Society for Latin American and Caribbean Anthropology
Oral Presentation Session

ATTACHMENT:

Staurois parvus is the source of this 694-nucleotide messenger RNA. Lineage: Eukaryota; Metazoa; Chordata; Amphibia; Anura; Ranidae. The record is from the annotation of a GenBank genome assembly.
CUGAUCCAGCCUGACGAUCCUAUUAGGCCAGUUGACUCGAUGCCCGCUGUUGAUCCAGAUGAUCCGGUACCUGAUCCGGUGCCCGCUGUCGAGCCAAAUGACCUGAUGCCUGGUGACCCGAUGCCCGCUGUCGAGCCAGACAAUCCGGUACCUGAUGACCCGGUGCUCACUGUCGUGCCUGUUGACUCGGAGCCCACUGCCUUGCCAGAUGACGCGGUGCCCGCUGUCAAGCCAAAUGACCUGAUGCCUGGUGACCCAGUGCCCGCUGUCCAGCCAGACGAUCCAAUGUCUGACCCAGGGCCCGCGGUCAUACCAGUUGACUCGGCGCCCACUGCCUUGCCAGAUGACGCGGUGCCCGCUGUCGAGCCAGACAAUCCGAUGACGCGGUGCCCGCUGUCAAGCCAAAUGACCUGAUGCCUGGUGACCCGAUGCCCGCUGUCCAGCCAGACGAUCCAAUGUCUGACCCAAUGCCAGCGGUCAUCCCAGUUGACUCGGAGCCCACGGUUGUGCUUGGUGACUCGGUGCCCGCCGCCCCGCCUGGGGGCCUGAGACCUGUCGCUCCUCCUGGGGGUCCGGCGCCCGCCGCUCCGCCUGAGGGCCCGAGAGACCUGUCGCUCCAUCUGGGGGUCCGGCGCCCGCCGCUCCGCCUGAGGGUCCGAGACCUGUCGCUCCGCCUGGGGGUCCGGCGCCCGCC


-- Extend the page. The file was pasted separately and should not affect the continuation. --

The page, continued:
Abstract: Working with community members is the crux of ethnographic research in dynamic economic, social, political and environmental milieux. Whether we refer to these individuals as informants, friends, or family, we anthropologists are increasingly taking a collaborative approach to scholarship, be this through formal agreements, co-authorship, or more tacit relationships that endeavor to protect locals’ identities. In some cases, this includes advocating for social justice or documenting cultural resistance through local narratives. In others, we document the realities of daily life and lived experiences. In a more applied context, we work collaboratively with local residents, including them directly in the design and implementation of projects. Each approach is applicable in Mexico, with its’ long history of anthropological inquiry with local and global dimensions that moves from the pioneering rural studies conducted by Robert Redford and Alfonso Villa Rojas (1937), Ralph Beals (1945) and Oscar Lewis (1951) to myriad studies of urbanization, and migration across international borders. Building on this foundation, the authors in this session explore a range of contemporary issues that researchers encounter in the field, including the vicissitudes that emerge in the sensitive area of gendered violence (Whitaker), tensions related to tourism and state policies around an archaeological site (Castañeda), ways that proximity and distance shape evolving fieldwork relationships (Brulotte), collaborative anthropology with coastal populations coping with climate change (Wood), and links between schooling, formal and informal employment (Howell). These papers that embrace personal, community, national and global concerns about representation, social justice, ethics, and economic precarity ultimately remind us of the importance of establishing connections and relationships in the field. Collectively, they reify the importance of reciprocity and shared knowledge as essential elements of the research process and in our interactions with members of our research communities.